'My research focuses on the occurrence of iridescence. Iridescence is a form of structural colour where the observer experiences a change in hue according to the angle from the iridescent structure is viewed. Very little is known about iridescence in plants, despite the fact that it is widespread throughout photosynthetic organisms, with at least five methods of iridescence generation in land plants. This includes the production of iridescence through diffraction gratings in flowers.
I was part of the team that recently discovered this novel mechanism by which flowers can produce colour when I was working with Dr Beverley Glover at the Department of Plant Sciences and collaborating with Professor Ulli Steiner at the Department of Physics in Cambridge. While carrying out this study we relied heavily on the wonderful diversity of plants grown at the Botanic Garden. It was actually at the Botanic Garden that the phenomenon was first observed – a sunny day lit up the vary-coloured base of Hibiscus trionum (which is grown in the Systematic Beds if you want to take a look for yourself!), and prompted the enquiry into the possible advantages a flower might have if it could produce iridescence.
Since moving to the University of Bristol, I have focused on plants that produce iridescence All leaf iridescence described to date is produced by a range of multilayered structures, in which light interacts at the boundaries of media with different refractive indices such that some wavelengths of light are reflected and the others are transmitted. While it is currently recorded that leaf iridescence is found in at least 64 different species in 26 families, the structures underlying the iridescence have only been characterised in seven of these species. These include multilayers of cellulose laminae in the epidermal wall in the clubmoss Selaginella uncinata, a helicoidal multilayered cell wall in the fern Microsorum thailandicum, and highly modified plastids containing multilayers (iridoplasts) in the flowering plant Begonia pavonina. However, the function of this multilayer iridescence is not known. I have three hypotheses: iridescence could act as disruptive camouflage against herbivores; it could enhance light capture in low light conditions; or it could be a photoprotective mechanism to protect shade-adapted plants against high light levels. These three hypotheses are not mutually exclusive: plant surface features are frequently multifunctional and each function may vary in importance in different environments.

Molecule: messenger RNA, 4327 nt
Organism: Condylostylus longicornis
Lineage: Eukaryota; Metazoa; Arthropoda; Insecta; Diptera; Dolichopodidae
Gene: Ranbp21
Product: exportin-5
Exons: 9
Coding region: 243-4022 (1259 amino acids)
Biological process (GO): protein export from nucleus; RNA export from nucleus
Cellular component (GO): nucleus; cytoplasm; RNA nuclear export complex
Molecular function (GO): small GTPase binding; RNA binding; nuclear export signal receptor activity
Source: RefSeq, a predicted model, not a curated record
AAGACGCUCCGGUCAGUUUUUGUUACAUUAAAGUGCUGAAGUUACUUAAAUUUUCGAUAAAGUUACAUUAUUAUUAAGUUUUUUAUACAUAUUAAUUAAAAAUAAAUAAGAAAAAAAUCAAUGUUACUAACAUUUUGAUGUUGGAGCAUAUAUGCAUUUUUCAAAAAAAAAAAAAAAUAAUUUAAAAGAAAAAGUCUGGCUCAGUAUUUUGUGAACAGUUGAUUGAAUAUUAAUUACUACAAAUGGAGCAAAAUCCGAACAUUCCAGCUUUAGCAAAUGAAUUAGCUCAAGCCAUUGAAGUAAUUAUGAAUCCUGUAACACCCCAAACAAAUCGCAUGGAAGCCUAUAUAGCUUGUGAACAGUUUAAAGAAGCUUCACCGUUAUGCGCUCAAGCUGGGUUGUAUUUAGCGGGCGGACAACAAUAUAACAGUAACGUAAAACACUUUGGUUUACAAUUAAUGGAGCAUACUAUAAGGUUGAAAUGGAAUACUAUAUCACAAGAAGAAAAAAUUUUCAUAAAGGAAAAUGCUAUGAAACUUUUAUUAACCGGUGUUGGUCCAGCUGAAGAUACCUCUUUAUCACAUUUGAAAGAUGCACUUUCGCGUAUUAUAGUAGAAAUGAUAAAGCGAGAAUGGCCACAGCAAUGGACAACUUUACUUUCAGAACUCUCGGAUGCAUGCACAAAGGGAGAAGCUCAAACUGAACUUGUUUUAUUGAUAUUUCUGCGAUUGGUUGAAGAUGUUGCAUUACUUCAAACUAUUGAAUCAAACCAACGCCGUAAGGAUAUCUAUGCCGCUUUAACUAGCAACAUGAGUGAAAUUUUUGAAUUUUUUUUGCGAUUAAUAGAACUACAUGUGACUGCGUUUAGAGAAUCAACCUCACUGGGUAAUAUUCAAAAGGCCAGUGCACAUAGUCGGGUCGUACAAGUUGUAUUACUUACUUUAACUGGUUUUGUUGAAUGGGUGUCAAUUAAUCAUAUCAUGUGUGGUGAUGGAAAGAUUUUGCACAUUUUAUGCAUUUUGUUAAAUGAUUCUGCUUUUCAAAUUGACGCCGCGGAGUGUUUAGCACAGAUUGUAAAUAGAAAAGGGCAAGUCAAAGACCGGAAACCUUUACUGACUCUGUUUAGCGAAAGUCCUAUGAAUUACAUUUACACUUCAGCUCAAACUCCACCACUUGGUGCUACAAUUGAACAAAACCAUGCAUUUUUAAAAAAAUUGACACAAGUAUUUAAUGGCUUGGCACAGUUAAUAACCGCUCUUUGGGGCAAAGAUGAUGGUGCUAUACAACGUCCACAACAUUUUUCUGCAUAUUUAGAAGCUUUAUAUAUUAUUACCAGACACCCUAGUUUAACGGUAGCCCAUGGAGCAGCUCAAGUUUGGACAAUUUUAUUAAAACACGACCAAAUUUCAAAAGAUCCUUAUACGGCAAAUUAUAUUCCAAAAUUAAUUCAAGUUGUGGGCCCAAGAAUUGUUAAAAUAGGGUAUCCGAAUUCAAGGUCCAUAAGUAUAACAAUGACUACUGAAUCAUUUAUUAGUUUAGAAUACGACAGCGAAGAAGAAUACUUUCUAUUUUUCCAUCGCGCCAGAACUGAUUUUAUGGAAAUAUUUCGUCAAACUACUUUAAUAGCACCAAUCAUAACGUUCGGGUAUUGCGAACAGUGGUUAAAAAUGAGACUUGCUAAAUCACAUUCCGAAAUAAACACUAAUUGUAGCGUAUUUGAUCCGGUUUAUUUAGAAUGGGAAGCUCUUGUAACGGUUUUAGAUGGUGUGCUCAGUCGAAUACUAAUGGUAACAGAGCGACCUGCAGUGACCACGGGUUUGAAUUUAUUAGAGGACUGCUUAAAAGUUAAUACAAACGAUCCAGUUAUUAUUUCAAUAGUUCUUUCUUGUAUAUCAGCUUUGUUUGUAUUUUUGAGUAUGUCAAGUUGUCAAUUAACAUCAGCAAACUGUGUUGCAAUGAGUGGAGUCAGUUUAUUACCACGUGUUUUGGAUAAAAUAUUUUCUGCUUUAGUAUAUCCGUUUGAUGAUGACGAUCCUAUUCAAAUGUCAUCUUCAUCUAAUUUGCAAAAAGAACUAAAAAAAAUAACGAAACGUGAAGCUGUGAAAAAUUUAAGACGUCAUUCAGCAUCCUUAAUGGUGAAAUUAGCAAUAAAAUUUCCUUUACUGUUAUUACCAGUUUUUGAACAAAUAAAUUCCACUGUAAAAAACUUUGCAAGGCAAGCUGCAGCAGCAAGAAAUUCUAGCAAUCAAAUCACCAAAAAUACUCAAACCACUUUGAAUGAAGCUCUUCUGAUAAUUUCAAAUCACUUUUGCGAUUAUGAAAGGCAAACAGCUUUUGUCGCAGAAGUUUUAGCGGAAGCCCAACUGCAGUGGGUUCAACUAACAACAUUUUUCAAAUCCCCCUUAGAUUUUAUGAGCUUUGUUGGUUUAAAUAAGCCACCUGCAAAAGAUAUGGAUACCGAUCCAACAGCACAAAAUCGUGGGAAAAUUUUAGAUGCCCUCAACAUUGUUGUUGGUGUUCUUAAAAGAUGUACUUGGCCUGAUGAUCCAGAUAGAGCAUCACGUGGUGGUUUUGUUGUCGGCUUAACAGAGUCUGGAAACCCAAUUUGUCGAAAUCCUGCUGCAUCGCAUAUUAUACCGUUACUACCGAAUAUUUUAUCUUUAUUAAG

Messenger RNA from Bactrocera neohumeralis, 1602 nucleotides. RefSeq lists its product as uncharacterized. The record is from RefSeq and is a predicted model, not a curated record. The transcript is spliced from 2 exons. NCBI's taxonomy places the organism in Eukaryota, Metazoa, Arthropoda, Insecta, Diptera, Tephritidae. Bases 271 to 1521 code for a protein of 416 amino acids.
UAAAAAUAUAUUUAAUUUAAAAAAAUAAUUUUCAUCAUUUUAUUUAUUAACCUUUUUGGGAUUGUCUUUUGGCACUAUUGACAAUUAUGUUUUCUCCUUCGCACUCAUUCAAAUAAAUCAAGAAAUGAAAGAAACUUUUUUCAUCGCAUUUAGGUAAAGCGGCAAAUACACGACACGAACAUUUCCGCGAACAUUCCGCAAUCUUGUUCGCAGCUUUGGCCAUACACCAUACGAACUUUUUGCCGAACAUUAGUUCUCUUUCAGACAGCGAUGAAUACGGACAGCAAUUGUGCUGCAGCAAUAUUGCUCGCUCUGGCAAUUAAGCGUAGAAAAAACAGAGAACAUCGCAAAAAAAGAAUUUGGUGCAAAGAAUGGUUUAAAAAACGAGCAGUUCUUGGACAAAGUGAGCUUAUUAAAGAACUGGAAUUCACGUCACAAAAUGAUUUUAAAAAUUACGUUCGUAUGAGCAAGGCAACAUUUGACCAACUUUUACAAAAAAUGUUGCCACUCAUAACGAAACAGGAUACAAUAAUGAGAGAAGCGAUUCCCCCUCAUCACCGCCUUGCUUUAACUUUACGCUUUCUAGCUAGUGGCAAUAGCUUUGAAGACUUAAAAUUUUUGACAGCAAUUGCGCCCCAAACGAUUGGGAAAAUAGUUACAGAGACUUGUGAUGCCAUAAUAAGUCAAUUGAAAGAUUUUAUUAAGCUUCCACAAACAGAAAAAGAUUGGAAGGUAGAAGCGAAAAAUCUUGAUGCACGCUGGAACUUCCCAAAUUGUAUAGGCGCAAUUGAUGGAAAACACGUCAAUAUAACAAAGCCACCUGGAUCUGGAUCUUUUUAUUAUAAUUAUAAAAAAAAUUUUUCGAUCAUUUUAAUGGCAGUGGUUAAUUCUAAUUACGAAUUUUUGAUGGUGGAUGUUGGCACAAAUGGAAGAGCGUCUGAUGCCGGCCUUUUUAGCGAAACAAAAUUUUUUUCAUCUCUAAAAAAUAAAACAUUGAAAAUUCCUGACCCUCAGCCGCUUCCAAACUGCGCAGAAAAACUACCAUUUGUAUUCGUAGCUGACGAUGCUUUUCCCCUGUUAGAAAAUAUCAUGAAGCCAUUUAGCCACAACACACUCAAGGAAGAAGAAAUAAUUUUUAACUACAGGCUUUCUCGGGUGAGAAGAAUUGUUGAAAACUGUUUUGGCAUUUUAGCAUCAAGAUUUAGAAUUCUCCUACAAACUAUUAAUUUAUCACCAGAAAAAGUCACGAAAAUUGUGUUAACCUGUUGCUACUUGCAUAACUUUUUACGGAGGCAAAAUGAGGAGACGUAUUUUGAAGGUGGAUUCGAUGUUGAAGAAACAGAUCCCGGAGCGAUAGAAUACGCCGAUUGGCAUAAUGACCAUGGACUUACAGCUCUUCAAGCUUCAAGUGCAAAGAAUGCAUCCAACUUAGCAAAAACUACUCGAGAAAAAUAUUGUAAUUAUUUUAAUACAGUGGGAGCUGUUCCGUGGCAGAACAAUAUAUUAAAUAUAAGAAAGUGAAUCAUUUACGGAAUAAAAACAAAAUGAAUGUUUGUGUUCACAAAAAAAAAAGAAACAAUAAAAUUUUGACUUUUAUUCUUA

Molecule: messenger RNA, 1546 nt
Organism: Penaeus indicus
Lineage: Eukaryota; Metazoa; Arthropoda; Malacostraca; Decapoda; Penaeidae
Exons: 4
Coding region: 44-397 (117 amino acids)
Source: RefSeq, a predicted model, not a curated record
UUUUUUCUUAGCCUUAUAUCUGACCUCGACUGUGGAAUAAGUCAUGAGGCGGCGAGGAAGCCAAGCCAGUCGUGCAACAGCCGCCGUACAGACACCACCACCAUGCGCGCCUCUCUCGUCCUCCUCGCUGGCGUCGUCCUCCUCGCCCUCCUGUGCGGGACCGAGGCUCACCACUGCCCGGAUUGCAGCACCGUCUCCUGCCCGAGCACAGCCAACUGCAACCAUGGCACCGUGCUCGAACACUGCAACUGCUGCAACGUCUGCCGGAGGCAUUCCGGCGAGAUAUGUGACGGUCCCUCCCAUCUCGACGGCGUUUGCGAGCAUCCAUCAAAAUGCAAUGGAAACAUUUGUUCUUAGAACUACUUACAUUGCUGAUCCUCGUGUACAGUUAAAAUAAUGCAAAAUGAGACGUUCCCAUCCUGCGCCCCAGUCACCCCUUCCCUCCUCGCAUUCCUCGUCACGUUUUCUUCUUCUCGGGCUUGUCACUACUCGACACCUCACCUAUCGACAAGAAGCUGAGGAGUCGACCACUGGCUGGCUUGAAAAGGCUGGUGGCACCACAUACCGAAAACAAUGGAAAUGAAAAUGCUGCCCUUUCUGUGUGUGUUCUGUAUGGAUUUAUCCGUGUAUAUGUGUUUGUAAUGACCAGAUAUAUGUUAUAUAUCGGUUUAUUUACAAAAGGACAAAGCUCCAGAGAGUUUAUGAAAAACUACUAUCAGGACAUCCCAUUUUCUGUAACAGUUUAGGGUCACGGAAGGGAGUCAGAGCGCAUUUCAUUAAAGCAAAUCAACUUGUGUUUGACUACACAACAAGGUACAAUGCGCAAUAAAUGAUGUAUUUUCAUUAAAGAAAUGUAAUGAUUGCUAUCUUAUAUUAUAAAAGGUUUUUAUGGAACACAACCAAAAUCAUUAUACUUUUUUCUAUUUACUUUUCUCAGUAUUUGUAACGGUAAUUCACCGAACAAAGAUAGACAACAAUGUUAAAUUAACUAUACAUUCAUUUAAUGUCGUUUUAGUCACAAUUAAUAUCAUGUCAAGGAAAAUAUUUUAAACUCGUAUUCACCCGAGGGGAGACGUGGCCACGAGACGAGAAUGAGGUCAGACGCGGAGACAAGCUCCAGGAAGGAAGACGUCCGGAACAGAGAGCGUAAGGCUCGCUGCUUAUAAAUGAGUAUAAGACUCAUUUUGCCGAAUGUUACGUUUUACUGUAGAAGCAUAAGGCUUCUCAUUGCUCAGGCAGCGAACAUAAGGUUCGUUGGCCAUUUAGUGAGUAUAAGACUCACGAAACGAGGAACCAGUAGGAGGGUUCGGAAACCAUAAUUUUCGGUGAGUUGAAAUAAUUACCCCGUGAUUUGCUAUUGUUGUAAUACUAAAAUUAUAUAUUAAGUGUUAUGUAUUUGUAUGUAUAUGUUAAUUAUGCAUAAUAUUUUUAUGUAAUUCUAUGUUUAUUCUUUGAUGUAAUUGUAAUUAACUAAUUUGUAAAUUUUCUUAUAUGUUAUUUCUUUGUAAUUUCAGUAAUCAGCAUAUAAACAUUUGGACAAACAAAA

I have just been awarded a European Research Council (ERC) starting grant to look at the mechanisms and development of iridescence production and its genetic basis in Selaginella uncinata. This species can produce a vivid metallic blue iridescence over its surface, dependent on light conditions. The ERC starting grant is a lab-based plant development and molecular biology project focusing on developing Selaginella uncinata as a model system, and provides funding for a transcriptome-based approach to identify the genes controlling the production of iridescence.
I have also recently been awarded a UNESCO/L’Oreal Women in Science fellowship to take this lab-based project out into the field. At least 23 species of tropical Selaginella produce iridescence, and many of them grow in neo-tropical environments. Prof Iván Valdespino (Universidad de Panamá), an expert in neotropical Selaginella species has kindly allowed me to visit Panama with the aim of observing these plants in their native habitat. I am also hoping to test how the herbivores and pollinators that live in neo-tropical habitats respond to iridescence.'